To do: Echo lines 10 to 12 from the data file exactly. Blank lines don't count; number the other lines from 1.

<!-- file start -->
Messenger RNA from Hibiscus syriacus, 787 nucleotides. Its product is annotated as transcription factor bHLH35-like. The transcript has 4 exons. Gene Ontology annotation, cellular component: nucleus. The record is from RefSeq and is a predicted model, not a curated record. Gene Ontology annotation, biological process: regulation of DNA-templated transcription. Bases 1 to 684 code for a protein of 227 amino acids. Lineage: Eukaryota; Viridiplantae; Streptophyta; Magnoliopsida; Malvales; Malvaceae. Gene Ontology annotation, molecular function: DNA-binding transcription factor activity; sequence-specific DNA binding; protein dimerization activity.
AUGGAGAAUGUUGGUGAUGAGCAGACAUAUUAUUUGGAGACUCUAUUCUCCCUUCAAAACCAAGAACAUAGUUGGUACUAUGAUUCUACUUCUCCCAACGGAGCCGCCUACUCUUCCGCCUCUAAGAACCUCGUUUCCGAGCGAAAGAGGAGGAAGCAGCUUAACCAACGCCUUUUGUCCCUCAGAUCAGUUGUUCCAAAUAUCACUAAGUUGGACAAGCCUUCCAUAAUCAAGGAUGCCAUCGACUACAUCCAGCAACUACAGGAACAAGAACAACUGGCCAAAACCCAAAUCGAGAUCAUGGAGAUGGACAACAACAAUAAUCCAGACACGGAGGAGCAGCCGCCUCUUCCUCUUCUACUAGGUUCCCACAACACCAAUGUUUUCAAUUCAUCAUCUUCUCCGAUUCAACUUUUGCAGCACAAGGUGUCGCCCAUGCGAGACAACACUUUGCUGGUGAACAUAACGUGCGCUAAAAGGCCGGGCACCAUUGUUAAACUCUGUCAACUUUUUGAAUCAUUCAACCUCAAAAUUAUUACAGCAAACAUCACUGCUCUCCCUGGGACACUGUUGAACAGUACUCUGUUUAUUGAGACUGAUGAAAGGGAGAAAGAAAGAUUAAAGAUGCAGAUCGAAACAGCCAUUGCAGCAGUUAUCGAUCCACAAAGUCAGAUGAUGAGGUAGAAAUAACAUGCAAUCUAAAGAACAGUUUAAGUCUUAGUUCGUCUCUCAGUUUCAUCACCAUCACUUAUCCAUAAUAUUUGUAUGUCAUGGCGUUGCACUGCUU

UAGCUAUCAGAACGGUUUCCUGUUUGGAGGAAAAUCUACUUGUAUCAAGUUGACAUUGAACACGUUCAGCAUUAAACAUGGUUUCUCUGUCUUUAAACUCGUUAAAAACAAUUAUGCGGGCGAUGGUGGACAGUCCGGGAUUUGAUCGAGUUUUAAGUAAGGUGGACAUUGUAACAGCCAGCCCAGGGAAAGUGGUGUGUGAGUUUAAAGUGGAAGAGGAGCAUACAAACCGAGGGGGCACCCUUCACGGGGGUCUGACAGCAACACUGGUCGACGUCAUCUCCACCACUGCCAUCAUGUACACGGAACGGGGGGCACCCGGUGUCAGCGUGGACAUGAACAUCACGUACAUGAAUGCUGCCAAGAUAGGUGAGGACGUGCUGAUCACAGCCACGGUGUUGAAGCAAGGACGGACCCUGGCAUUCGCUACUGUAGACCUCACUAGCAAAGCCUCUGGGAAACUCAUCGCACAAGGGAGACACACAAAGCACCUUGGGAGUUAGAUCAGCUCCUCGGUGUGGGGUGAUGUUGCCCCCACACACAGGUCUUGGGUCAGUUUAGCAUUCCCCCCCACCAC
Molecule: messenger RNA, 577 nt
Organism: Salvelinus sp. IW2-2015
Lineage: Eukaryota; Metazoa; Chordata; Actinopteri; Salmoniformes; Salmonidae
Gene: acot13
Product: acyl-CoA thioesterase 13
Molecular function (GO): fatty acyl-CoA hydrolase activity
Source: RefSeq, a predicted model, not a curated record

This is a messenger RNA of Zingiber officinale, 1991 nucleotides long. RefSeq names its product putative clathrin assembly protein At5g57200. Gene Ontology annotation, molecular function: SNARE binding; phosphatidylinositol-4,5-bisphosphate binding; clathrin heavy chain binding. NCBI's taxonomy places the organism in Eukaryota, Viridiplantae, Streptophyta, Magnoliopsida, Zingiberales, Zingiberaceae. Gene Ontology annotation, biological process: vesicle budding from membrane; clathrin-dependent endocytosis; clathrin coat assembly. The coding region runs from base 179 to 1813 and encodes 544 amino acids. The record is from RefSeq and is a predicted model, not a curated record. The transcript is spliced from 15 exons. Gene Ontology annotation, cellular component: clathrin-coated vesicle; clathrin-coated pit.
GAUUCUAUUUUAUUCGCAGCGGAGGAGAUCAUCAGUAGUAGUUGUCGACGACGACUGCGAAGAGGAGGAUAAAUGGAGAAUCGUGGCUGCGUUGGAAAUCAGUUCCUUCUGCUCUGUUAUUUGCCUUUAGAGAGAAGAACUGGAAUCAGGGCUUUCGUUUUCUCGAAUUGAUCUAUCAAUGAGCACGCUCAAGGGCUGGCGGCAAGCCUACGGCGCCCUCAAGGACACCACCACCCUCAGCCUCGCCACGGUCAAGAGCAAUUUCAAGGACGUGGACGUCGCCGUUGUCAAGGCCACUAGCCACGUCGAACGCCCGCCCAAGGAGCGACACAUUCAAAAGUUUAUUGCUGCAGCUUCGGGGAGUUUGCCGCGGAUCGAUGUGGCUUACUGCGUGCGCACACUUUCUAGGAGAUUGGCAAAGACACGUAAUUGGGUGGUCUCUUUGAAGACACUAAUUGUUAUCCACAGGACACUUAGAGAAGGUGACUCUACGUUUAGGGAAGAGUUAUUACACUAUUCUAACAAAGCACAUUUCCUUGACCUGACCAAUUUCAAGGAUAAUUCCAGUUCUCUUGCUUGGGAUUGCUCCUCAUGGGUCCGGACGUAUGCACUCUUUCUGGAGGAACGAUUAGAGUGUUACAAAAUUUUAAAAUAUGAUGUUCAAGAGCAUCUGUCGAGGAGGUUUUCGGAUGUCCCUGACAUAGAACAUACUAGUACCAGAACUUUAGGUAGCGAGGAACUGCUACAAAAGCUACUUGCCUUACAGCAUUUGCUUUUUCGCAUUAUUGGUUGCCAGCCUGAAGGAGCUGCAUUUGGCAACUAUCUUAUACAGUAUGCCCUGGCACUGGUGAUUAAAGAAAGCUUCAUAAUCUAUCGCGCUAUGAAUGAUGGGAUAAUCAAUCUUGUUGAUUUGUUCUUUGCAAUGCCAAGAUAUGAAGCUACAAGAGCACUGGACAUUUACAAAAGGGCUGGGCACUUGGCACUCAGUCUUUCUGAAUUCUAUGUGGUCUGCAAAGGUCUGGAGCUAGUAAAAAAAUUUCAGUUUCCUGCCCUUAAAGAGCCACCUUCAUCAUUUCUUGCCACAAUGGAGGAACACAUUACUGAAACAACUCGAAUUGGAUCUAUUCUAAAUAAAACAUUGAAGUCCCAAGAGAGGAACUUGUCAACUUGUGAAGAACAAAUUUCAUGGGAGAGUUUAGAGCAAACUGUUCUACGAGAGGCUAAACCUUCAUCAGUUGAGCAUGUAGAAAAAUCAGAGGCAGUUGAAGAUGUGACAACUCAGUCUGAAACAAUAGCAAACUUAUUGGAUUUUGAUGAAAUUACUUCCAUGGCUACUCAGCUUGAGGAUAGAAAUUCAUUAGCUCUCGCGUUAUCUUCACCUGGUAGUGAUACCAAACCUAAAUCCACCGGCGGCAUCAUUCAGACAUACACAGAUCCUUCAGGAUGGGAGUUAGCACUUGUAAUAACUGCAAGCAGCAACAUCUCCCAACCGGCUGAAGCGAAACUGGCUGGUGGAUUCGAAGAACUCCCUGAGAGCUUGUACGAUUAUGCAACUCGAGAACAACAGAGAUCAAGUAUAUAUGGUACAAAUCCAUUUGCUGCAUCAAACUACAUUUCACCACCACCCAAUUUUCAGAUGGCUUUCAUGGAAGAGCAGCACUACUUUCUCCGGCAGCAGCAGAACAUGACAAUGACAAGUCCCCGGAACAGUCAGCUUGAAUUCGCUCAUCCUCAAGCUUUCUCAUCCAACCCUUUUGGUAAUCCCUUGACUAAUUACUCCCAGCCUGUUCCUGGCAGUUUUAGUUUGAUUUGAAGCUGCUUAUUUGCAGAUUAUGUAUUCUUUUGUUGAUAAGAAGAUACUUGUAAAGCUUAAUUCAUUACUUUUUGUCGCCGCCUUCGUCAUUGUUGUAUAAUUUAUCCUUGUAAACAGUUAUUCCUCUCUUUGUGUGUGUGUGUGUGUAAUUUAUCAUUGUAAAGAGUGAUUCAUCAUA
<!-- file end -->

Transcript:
Source: RefSeq, a predicted model, not a curated record

This is a messenger RNA of Zingiber officinale, 1991 nucleotides long. RefSeq names its product putative clathrin assembly protein At5g57200. Gene Ontology annotation, molecular function: SNARE binding; phosphatidylinositol-4,5-bisphosphate binding; clathrin heavy chain binding. NCBI's taxonomy places the organism in Eukaryota, Viridiplantae, Streptophyta, Magnoliopsida, Zingiberales, Zingiberaceae. Gene Ontology annotation, biological process: vesicle budding from membrane; clathrin-dependent endocytosis; clathrin coat assembly. The coding region runs from base 179 to 1813 and encodes 544 amino acids. The record is from RefSeq and is a predicted model, not a curated record. The transcript is spliced from 15 exons. Gene Ontology annotation, cellular component: clathrin-coated vesicle; clathrin-coated pit.
GAUUCUAUUUUAUUCGCAGCGGAGGAGAUCAUCAGUAGUAGUUGUCGACGACGACUGCGAAGAGGAGGAUAAAUGGAGAAUCGUGGCUGCGUUGGAAAUCAGUUCCUUCUGCUCUGUUAUUUGCCUUUAGAGAGAAGAACUGGAAUCAGGGCUUUCGUUUUCUCGAAUUGAUCUAUCAAUGAGCACGCUCAAGGGCUGGCGGCAAGCCUACGGCGCCCUCAAGGACACCACCACCCUCAGCCUCGCCACGGUCAAGAGCAAUUUCAAGGACGUGGACGUCGCCGUUGUCAAGGCCACUAGCCACGUCGAACGCCCGCCCAAGGAGCGACACAUUCAAAAGUUUAUUGCUGCAGCUUCGGGGAGUUUGCCGCGGAUCGAUGUGGCUUACUGCGUGCGCACACUUUCUAGGAGAUUGGCAAAGACACGUAAUUGGGUGGUCUCUUUGAAGACACUAAUUGUUAUCCACAGGACACUUAGAGAAGGUGACUCUACGUUUAGGGAAGAGUUAUUACACUAUUCUAACAAAGCACAUUUCCUUGACCUGACCAAUUUCAAGGAUAAUUCCAGUUCUCUUGCUUGGGAUUGCUCCUCAUGGGUCCGGACGUAUGCACUCUUUCUGGAGGAACGAUUAGAGUGUUACAAAAUUUUAAAAUAUGAUGUUCAAGAGCAUCUGUCGAGGAGGUUUUCGGAUGUCCCUGACAUAGAACAUACUAGUACCAGAACUUUAGGUAGCGAGGAACUGCUACAAAAGCUACUUGCCUUACAGCAUUUGCUUUUUCGCAUUAUUGGUUGCCAGCCUGAAGGAGCUGCAUUUGGCAACUAUCUUAUACAGUAUGCCCUGGCACUGGUGAUUAAAGAAAGCUUCAUAAUCUAUCGCGCUAUGAAUGAUGGGAUAAUCAAUCUUGUUGAUUUGUUCUUUGCAAUGCCAAGAUAUGAAGCUACAAGAGCACUGGACAUUUACAAAAGGGCUGGGCACUUGGCACUCAGUCUUUCUGAAUUCUAUGUGGUCUGCAAAGGUCUGGAGCUAGUAAAAAAAUUUCAGUUUCCUGCCCUUAAAGAGCCACCUUCAUCAUUUCUUGCCACAAUGGAGGAACACAUUACUGAAACAACUCGAAUUGGAUCUAUUCUAAAUAAAACAUUGAAGUCCCAAGAGAGGAACUUGUCAACUUGUGAAGAACAAAUUUCAUGGGAGAGUUUAGAGCAAACUGUUCUACGAGAGGCUAAACCUUCAUCAGUUGAGCAUGUAGAAAAAUCAGAGGCAGUUGAAGAUGUGACAACUCAGUCUGAAACAAUAGCAAACUUAUUGGAUUUUGAUGAAAUUACUUCCAUGGCUACUCAGCUUGAGGAUAGAAAUUCAUUAGCUCUCGCGUUAUCUUCACCUGGUAGUGAUACCAAACCUAAAUCCACCGGCGGCAUCAUUCAGACAUACACAGAUCCUUCAGGAUGGGAGUUAGCACUUGUAAUAACUGCAAGCAGCAACAUCUCCCAACCGGCUGAAGCGAAACUGGCUGGUGGAUUCGAAGAACUCCCUGAGAGCUUGUACGAUUAUGCAACUCGAGAACAACAGAGAUCAAGUAUAUAUGGUACAAAUCCAUUUGCUGCAUCAAACUACAUUUCACCACCACCCAAUUUUCAGAUGGCUUUCAUGGAAGAGCAGCACUACUUUCUCCGGCAGCAGCAGAACAUGACAAUGACAAGUCCCCGGAACAGUCAGCUUGAAUUCGCUCAUCCUCAAGCUUUCUCAUCCAACCCUUUUGGUAAUCCCUUGACUAAUUACUCCCAGCCUGUUCCUGGCAGUUUUAGUUUGAUUUGAAGCUGCUUAUUUGCAGAUUAUGUAUUCUUUUGUUGAUAAGAAGAUACUUGUAAAGCUUAAUUCAUUACUUUUUGUCGCCGCCUUCGUCAUUGUUGUAUAAUUUAUCCUUGUAAACAGUUAUUCCUCUCUUUGUGUGUGUGUGUGUGUAAUUUAUCAUUGUAAAGAGUGAUUCAUCAUA